Cavero v. Franklin Collection Service Inc.

Filing 43

ORDER granting 36 Motion for Summary Judgment. Signed by Judge Cecilia M. Altonaga on 1/31/2012. (ps1)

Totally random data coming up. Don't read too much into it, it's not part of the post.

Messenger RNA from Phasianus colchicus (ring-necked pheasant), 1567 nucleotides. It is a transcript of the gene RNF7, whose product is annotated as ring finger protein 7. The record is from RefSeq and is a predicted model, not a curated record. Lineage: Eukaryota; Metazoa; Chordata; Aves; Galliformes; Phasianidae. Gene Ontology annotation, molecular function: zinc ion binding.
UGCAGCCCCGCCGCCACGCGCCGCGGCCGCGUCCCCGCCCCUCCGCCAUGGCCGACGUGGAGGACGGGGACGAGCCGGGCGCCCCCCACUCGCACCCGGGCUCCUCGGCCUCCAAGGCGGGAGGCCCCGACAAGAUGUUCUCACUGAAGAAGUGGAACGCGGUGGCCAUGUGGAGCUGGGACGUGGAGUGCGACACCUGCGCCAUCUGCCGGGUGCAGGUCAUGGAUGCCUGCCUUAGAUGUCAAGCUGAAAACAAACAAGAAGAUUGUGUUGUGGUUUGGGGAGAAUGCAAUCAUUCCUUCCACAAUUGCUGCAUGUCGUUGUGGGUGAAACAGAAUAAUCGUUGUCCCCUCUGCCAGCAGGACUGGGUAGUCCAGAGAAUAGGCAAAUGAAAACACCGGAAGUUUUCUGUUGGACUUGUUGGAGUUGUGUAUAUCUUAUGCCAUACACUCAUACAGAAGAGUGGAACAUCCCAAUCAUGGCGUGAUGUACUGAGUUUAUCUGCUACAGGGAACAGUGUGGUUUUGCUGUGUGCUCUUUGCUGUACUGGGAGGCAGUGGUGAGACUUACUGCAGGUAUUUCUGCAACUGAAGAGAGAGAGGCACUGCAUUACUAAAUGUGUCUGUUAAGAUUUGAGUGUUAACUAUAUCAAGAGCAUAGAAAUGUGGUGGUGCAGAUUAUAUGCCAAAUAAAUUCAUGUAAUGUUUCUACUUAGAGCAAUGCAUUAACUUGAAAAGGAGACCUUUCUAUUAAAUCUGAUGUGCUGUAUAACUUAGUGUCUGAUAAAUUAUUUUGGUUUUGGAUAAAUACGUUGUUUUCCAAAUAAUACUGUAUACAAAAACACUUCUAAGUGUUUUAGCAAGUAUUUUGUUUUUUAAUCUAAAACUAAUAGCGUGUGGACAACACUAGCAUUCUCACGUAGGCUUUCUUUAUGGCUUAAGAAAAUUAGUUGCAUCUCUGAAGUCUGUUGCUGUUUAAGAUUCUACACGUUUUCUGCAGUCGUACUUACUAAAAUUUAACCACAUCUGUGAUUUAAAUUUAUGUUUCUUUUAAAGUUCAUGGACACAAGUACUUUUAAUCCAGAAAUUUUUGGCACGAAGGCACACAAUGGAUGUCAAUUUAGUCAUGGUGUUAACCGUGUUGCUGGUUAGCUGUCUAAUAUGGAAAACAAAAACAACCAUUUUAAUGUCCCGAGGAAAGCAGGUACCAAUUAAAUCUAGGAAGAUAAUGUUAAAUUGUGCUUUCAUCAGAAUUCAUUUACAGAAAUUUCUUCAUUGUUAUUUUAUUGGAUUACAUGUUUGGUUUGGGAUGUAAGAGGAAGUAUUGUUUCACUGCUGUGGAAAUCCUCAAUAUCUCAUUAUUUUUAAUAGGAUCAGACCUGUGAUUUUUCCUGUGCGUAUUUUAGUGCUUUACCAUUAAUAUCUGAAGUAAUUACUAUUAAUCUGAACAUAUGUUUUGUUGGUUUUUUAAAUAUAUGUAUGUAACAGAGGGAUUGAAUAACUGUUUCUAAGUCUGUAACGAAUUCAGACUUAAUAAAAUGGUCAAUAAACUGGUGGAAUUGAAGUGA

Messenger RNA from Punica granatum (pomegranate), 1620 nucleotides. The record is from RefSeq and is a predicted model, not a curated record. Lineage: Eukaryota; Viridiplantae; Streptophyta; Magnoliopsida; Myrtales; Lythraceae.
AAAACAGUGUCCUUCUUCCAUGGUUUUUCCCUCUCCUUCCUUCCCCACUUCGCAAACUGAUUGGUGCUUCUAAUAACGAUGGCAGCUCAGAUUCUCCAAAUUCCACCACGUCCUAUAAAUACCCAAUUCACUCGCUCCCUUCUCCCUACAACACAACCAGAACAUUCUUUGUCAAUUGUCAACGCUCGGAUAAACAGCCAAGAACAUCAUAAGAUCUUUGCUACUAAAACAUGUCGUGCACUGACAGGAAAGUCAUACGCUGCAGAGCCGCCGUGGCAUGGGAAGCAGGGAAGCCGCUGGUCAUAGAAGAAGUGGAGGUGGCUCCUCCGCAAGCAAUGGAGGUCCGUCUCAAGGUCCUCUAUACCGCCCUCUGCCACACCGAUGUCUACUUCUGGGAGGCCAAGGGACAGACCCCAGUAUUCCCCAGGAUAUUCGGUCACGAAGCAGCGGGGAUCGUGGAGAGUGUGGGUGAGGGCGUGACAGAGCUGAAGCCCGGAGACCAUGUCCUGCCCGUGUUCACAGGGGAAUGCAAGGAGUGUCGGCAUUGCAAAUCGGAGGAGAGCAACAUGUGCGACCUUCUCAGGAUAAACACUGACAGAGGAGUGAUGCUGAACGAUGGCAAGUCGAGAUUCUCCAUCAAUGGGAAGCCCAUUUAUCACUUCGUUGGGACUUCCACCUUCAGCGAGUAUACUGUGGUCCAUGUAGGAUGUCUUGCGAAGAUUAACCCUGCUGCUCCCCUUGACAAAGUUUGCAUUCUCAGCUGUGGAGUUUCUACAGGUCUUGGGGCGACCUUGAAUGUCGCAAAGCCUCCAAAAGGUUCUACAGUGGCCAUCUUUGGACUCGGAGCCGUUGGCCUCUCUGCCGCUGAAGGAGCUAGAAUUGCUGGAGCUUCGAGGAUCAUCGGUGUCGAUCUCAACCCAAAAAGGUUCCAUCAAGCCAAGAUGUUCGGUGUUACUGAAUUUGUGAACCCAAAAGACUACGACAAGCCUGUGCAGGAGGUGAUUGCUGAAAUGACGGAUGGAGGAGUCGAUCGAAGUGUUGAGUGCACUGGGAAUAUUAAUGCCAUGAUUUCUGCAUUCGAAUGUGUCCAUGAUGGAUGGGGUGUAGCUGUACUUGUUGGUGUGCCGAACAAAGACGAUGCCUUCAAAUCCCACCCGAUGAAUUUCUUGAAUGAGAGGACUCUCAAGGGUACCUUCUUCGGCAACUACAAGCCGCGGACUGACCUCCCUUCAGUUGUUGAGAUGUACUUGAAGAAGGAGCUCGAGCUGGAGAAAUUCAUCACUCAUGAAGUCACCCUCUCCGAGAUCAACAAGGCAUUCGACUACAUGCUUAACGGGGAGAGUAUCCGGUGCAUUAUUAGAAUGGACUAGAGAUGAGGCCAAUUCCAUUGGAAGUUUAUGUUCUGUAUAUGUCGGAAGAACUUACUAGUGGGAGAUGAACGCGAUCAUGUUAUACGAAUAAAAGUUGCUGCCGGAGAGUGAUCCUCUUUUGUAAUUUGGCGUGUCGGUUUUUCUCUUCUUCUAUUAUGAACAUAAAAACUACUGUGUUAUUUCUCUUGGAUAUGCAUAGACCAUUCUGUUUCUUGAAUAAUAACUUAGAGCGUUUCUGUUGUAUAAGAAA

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UNITED STATES DISTRICT COURT SOUTHERN DISTRICT OF FLORIDA MIAMI DIVISION CASE NO. 11-22630-CIV-ALTONAGA/Simonton EDILBERTO I. CAVERO, Plaintiff, vs. FRANKLIN COLLECTION SERVICE INC., Defendant. _________________________/ ORDER THIS CAUSE came before the Court on Defendant, Franklin Collection Service, Inc.’s (“Franklin[’s]”) Renewed and Amended Motion for Summary Judgment on All Counts of the Complaint (“Motion”) [ECF No. 36], filed January 12, 2012. Franklin filed an accompanying Statement of Material Facts (“SMF”) [ECF No. 37] with the Motion. Plaintiff, Edilberto I. Cavero (“Cavero”), opposed the Motion (“Response”) [ECF No. 42] on January 30, 2012, with a statement of facts in opposition (“SMFO”). The Court has carefully considered the parties’ written submissions, the record, and the applicable law. I. BACKGROUND1 Cavero, proceeding pro se, filed his original complaint [ECF No. 1] on July 25, 2011, and an Amended Complaint (“Complaint”) [ECF No. 27] on November 15, 2011, alleging three counts: (1) violations of the Telephone Consumer Protection Act (“TCPA”), 47 U.S.C. § 227(a) et seq.; (2) violation of the Fair Debt Collection Practices Act (“FDCPA”), 15 U.S.C. § 1692 et seq.; and (3) violation of the Florida Consumer Collection Practices Act (“FCCPA”), Fla. Stat. § 1 Unless otherwise noted, the facts are undisputed. Case No. 11-22630-CIV-ALTONAGA/Simonton 559.55 et seq. (See Compl.). He alleges Franklin “violated such laws by repeatedly harassing Plaintiff in attempts to collect alleged but nonexistent debt.” (Id. ¶ 2). Between April 30, 2011, and July 5, 2011, Franklin allegedly called Cavero’s cell phone 19 times using an automatic dialing system and left recorded messages. (See id. ¶¶ 8–10). Franklin collects consumer debts for third parties, including AT&T. (See SMF ¶ 1). In 2001, AT&T established an account for Cavero, providing him with landline telephone and internet service and equipment between July 11, 2001 and January 4, 2004. (See id. ¶ 2). AT&T’s records show Cavero provided AT&T with the number xxx-xxx-7615 as his “Can Be Reached” (“CBR”) number, or the number at which he could be reached by AT&T with respect to his account. (See id. ¶ 6). Franklin asserts that when Cavero’s service was terminated in 2010, Cavero owed AT&T $215.01 for service and equipment, reflected in AT&T’s last bill to Cavero dated March 7, 2010; Cavero disputes this fact, stating that Franklin “never verified alleged debt.” (See id. ¶ 7; SMFO ¶ 7). According to Franklin, on December 4, 2010, AT&T placed the debt with Franklin for collection; Cavero disputes this fact as being based on “Uncertified Records from AT&T.” (See SMF ¶ 8; SMFO ¶ 8). Franklin eventually called Cavero at his CBR number. (See SMF ¶ 13). Cavero told Franklin he disputed owing a debt to AT&T, and Franklin was unable to collect any debt from him. (See id. ¶ 14). Franklin closed its file on Cavero on July 6, 2011, without having collected the debt. (See id.). The cell number which is the subject of Cavero’s claims is CBR number xxx-xxx-7615. (See id. ¶ 20). On November 28, 2011, Franklin served Cavero with an Offer of Judgment on his claims as set forth in Counts II and III. (See id. ¶ 21). The Offer of Judgment offers Cavero $2,000.00 in settlement of his claims in Counts II and III, as well as “costs and such other relief as the 2 Case No. 11-22630-CIV-ALTONAGA/Simonton Court may determine he is entitled to on his claims for violations of the FDCPA and FCCPA.” (Id. ¶ 22). II. LEGAL STANDARD Summary judgment shall be rendered “if the pleadings, depositions, answers to interrogatories, and admissions on file, together with the affidavits, if any, show that there is no genuine issue as to any material fact and that the moving party is entitled to a judgment as a matter of law.” FED. R. CIV. P. 56(c). In making its assessment of summary judgment, the Court “must view all the evidence and all factual inferences reasonably drawn from the evidence in the light most favorable to the nonmoving party,” Stewart v. Happy Herman’s Cheshire Bridge, Inc., 117 F.3d 1278, 1285 (11th Cir. 1997), and “must resolve all reasonable doubts about the facts in favor of the non-movant.” United of Omaha Life Ins. Co. v. Sun Life Ins. Co. of America, 894 F.2d 1555, 1558 (11th Cir. 1990). “By its very terms, this standard provides that the mere existence of some alleged factual dispute between the parties will not defeat an otherwise properly supported motion for summary judgment; the requirement is that there be no genuine issue of material fact.” Anderson v. Liberty Lobby, Inc., 477 U.S. 242, 247–48 (1986) (emphasis in original). “As to materiality, the substantive law will identify which facts are material. Only disputes over facts that might affect the outcome of the suit under the governing law will properly preclude the entry of summary judgment. Factual disputes that are irrelevant or unnecessary will not be counted.” Id. at 248. Likewise, a dispute about a material fact is a “genuine” issue “if the evidence is such that a reasonable jury could return a verdict for the nonmoving party.” Id. The moving party “always bears the initial responsibility of informing the district court of 3 Case No. 11-22630-CIV-ALTONAGA/Simonton the basis for its motion, and identifying those portions of ‘the pleadings, depositions, answers to interrogatories, and admissions on file, together with the affidavits, if any,’ which it believes demonstrate the absence of a genuine issue of material fact.” Celotex Corp. v. Catrett, 477 U.S. 317, 323 (1986). Summary judgment is proper “against a party who fails to make a showing sufficient to establish the existence of an element essential to that party’s case, and on which that party will bear the burden of proof at trial.” Id. at 322. In those cases, there is no genuine issue of material fact “since a complete failure of proof concerning an essential element of the nonmoving party’s case necessarily renders all other facts immaterial.” Id. at 323. III. ANALYSIS Franklin contends it is entitled to summary judgment in its favor on all three claims in the Complaint. The Court addresses the merits of Franklin’s arguments below. A. Count I — Violations of the TCPA To demonstrate a violation of the TCPA, Cavero must show Franklin called his cell phone, without his “prior express consent,” using an “automatic telephone dialing system or an artificial or prerecorded voice.” 47 U.S.C. § 2279(b)(1)(A). Cavero alleges Franklin called his cell phone 19 times “with no prior permission given by Plaintiff” and left recorded messages on the cell phone without express permission, in violation of the TCPA. (See Compl. ¶¶ 8–15). Franklin contends the undisputed facts show it met all the statutory requirements of the TCPA in calling Cavero. Franklin does not dispute it called Cavero’s cell phone using an automated system — rather, at issue is whether Cavero provided his express prior consent. Franklin asserts it is entitled to summary judgment on Count I because Cavero expressly consented to being contacted at the CBR cell number regarding the debt at issue. (See Mot. 7). 4 Case No. 11-22630-CIV-ALTONAGA/Simonton Franklin notes the TCPA gives the Federal Communications Commission (“FCC”) rule-making authority to prescribe regulations and implement the TCPA’s provisions on automated phone calls. (See id. 8 (citing 47 U.S.C. § 2279(b)(2))). On January 4, 2008, the FCC adopted Declaratory Ruling 07-232, stating: [A]utodialed and prerecorded message calls to wireless numbers provided by the called party in connection with an existing debt are made with the “prior express consent” of the called party, we clarify that such calls are permissible. We conclude that the provision of a cell phone number to a creditor, e.g., as part of a credit application, reasonably evidences prior express consent by the cell phone subscriber to be contacted at that number regarding the debt. (Id. (quoting Mot. Ex. A, In re Rules and Regulations Implementing the Tel. Consumer Prot. Act of 1991, 23 FCC Rcd. 559 (F.C.C. 2008) (“Decl. Ruling 07-232”) [ECF No. 36-1])). Therefore, if Cavero provided a creditor such as AT&T with his cell phone number, he provided express consent to be called by Franklin in connection with a debt owed to AT&T. The Court agrees with Franklin that the undisputed facts militate toward summary judgment in Franklin’s favor. The Court finds no genuine issue of fact as to whether AT&T is Cavero’s creditor. Although Cavero disputes that he owes AT&T a debt as reflected in his bill of March 8, 2010, he bases his dispute on the mere contention that Franklin “never verified” the debt when asked. (SMFO ¶ 7). Cavero does make a general statement that “Uncertified Records do not prove anything” (id. ¶ 5), but offers no reason to question the validity of the exhibits Franklin attaches to the SMF. These exhibits include the March 8, 2010 bill (see [ECF No. 372]), and the Court can see no reason it would not be admissible as a business record — it is unclear what Cavero means by an “uncertified record.” Cavero disputes that he provided AT&T with his cell phone number because the 5 Case No. 11-22630-CIV-ALTONAGA/Simonton affidavits Franklin attaches in support do not meet procedural requirements. (See Resp. 4). According to Cavero, the affidavits are not made with personal knowledge and rely on business records not sworn, certified, or attached to the affidavits. (See id. 4–7). Both affiants, however, clearly state they speak to matters within their personal knowledge and from business records, which are in fact attached. (See [ECF Nos. 37-1–3]). Moreover, in the SMFO Cavero explicitly states that he does not dispute that he provided AT&T with his cell phone number, xxx-xxx7615, as the number at which he could be reached with respect to his AT&T account. (See SMF ¶ 6; SMFO ¶ 6). The Court finds no genuine dispute over whether Cavero provided AT&T with his cell phone number — the record establishes he did. Since, as stated, there is no issue of fact as to whether AT&T was Cavero’s creditor, and whether Cavero gave AT&T his cell phone number, Cavero provided the consent necessary under the TCPA to be called by Franklin with respect to his debt to AT&T. Cavero cannot prevail on Count I as a matter of law, and the Court therefore grants summary judgment in favor of Franklin on this claim. B. Counts II and III — Violations of the FDCPA and FCCPA Franklin next contends it is entitled to summary judgment on Counts II and III because they are moot. In Count II, Cavero alleges Franklin violated the FDCPA by, inter alia, “making the phone to [sic] ring many times to harass, oppress and abuse consumer[,] . . . causing the phone to ring or engaging in telephone conversations repeatedly[, and] . . . placing telephone calls without disclosing his/her identity.” (Compl. ¶¶ 17–19). For these acts, Cavero “demands judgment in the amount of $1000.” (Id. ¶¶ 17–22). In Count III, Cavero alleges Franklin violated the FCCPA “by willfully communicating with Plaintiff with such frequency as could 6 Case No. 11-22630-CIV-ALTONAGA/Simonton reasonably be expected to harass Plaintiff[, and] . . . claiming, attempting or threatening to enforce a debt knowing that the debt was not legitimate.” (Id. ¶¶ 26–27). Cavero states he “demands $1000” as a result. (Id.). Cavero is only entitled to a maximum recovery under the FDCPA and FCCPA of $1000 each; thus, he seeks the statutory maximum. See 15 U.S.C. § 1692k(a); Fla. Stat. § 559.77(2). Franklin states these claims are moot because once Cavero received an offer satisfying all the relief sought, no case or controversy remained between the parties, depriving the Court of subject matter jurisdiction over those claims. (See Mot. 11–12 (citing Sampaio v. Client Servs., Inc., 306 F. App’x 496 (11th Cir. 2009))). This is true regardless of what Cavero did with the offer. (See id. 13 (citing Sampaio, 306 F. App’x at 496)). It is undisputed that Franklin presented Cavero an Offer of Judgment of $2,000 to settle his claims in Counts II and III, which is what Cavero seeks and is the highest amount to which he is entitled by statute. (See SMF ¶¶ 21–22; SMFO ¶ 212). The Court agrees with Franklin. The facts are undisputed that Franklin offered Cavero the amount Cavero sought for Counts II and III, or the maximum amount recoverable. Cavero asserts in his Response that Counts II and III fall under an exception to the mootness doctrine, as his claims are “capable of repetition, yet evading review.” (Resp. 7). Cavero, however, provides no argument or case law demonstrating why his claims meet that description, nor can the Court conceive of any. Cavero’s claims are moot, and the Court therefore has no choice but to dismiss 2 Cavero explicitly states the facts in SMF paragraph 21 are undisputed, but neglects to make any statement with respect to paragraph 22. (See SMFO). Paragraph 22 describes the Offer of Judgment, notes it is attached as an exhibit to the SMF, and states Franklin was served with it. The Offer of Judgment clearly states Franklin offered Cavero $2,000 in settlement of his claims under the FDCPA and FCCPA. (See SMF Ex. 5, Offer of Judgment [ECF No. 37-5]). 7 Case No. 11-22630-CIV-ALTONAGA/Simonton them for lack of subject matter jurisdiction. The Court grants summary judgment in favor of Franklin on Counts II and III. IV. CONCLUSION For the foregoing reasons, it is ORDERED AND ADJUDGED that the Motion [ECF No. 36] is GRANTED. Judgment will be entered in favor of Defendant, Franklin Collection Service, Inc., by separate order. The Clerk is directed to CLOSE this case, and all pending motions are DENIED as moot. DONE AND ORDERED in Chambers at Miami, Florida, this 31st day of January, 2012. _________________________________ CECILIA M. ALTONAGA UNITED STATES DISTRICT JUDGE cc: counsel of record Edilberto I. Cavero, pro se 1421 S.W. 107 Avenue Apt. 259 Miami, FL 33174 8